There doesn't happen to be a compatibility library for the new "property animations" for older <3.0 Android versions is there?

Chet Haase said...

There's no compatibility library for property animations, at least not yet. Given time (which always seems to be in short supply), I could make one. But the utility of that animation system for Android loses a lot of benefits once you take away the new properties (alpha, translationX/Y, etc.) added to View. We can't add new API to older releases, so that severely limits what you could do with property animators for Android UIs...

Lasse Nørfeldt said...

I have tried for many hours now to make a fairly simple animation work and believe I have almost ran all possible ways. Unfortunately your post didn't help me either.

Here is the deal: I want a button to shrink after being pressed. After the scaling down (onAnimationEnd()) it has to start a new animation that spins round the button. But every time the spinning starts it comes back to normal size..

The animations are in two different xml files and are at the root (so no ). The rotate.xml has fillEnabled=true and fillBefore=false. the scaleStart.xml has android:fillEnabled="true" android:fillAfter="true" android:fillBefore="true".

Lasse Nørfeldt said...

*So no < Set >

Chet Haase said...

I think you're running into a problem where your animations are independent of each other and are therefore clobbering each others values. An AnimationSet automatically concatenates the matrices of its child animations together to get a blended result (translated and rotated, or whatever). In your case, you scale the button down, tell that animation to hold its value (which works just fine). But... then you start another animation which sets the button's transform independently.

I suggest you put these two animations in an AnimationSet and try again. This kind of situation is exactly what AnimationSet is for.

田燕雷 said...

有中文版的解释吗?这么一大偏英文的说明,实在是难以理解。在中国大陆,能解释清楚这三个之间的关系的人很少。希望能得到你的答复。
is there a explanation by Chinese? It's too hard to understand.In China,nobody can explanation the relation bettwen them.I had search from google and baidu. hope you can reply.thanks

田燕雷 said...
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Raja Babar said...

Hi Chet,i have use .layout() function to make my layout move to the new position and its work great but whenever the window focus changes my layout came back to its orignal position??can you please help...Also i have read Romain Guy's comment in SO,that you sould never use the .layout() function,as it should only be used by the framework,but if that is so then why framework is offering this function to us??Quite strange!!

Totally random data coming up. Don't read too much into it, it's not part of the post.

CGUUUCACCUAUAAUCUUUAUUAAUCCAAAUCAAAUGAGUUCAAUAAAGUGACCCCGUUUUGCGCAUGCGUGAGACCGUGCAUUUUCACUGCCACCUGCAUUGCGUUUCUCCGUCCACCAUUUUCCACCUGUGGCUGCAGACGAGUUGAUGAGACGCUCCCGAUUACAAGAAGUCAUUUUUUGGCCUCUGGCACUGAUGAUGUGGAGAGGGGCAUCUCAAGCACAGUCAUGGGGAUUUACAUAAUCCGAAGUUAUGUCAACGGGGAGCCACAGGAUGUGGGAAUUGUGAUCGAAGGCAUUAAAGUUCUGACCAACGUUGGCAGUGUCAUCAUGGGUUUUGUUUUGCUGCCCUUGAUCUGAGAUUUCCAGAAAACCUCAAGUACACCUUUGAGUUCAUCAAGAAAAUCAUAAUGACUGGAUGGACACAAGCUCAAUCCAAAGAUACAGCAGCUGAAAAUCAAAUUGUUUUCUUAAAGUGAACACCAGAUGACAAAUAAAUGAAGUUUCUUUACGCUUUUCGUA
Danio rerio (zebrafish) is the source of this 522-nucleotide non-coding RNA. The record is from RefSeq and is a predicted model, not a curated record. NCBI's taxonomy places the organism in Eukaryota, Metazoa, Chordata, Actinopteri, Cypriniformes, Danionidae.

Chet Haase said...

@Raja: layout() is only intended for use by custom layout classes to set the size of their children as part of the measurement and layout process, as described in the docs for that method. It is absolutely not recommended that it is called directly in any other situation for exactly the reason you're hitting. It will set the size of child views, but if the container of those views runs layout at some later time, it will resize those views to the correct size as determined by layout.
The only proper way to set the size of views is to set the layout parameters and call requestLayout() to run a proper layout pass.

Raja Babar said...

@Chet Thanx now yes i have realized that later,whenever some view in the layout is invalidated the frameworks call the layout function and it gets repositioned (dont respecting the layout call :P),the only way to keep changes presistence is to set Layout Params,,any way thanx for the help

Mikail Sheikh said...

First of all, thanks for the great article. While I was researching for a tutorial I ran a couple of tests and I found out that the documentation and what you state here is not 100% correct.

In my tests I found that fillEnabled actually has an influence on fillAfter for an animation within a set that has finished but before all the other animations in the set have finished.

If fillAfter of the set is false then fillEnabled of the inner animation determines whether the transformation is applied during that time interval.

I have tried to clarify the behaviour in a post on my blog. http://cogitolearning.co.uk/?p=1203

abhijeet taru said...
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abhijeet taru said...
This comment has been removed by the author.
abhijeet taru said...

Hi Chet,
Thanks for the useful information. I still have a doubt.

Consider I have something like :

rotate
android:fromDegrees="0"
android:toDegrees="10"
android:duration="200"

rotate
android:fromDegrees="20"
android:toDegrees="0"
android:startOffset="200"
android:duration="200"
android:fillBefore="false" android:fillEnabled="true"


Here I wish to apply second rotate after 200 ms time (on end result of 1st rotate). But in result, I see that android:fromDegrees (2nd rotate) is applied even before 200 ms as a default 20 degree rotation for first 200ms. I expect the entire block to take effect only after 200 ms. How do I overcome this ?

Also is there any thumb rule to understand
android:fromDegrees,
android:toDegrees
Since it can take negative values as well as values like 0-20 or 20-0.
How do we interpret these values correctly ?

Thanks in advance.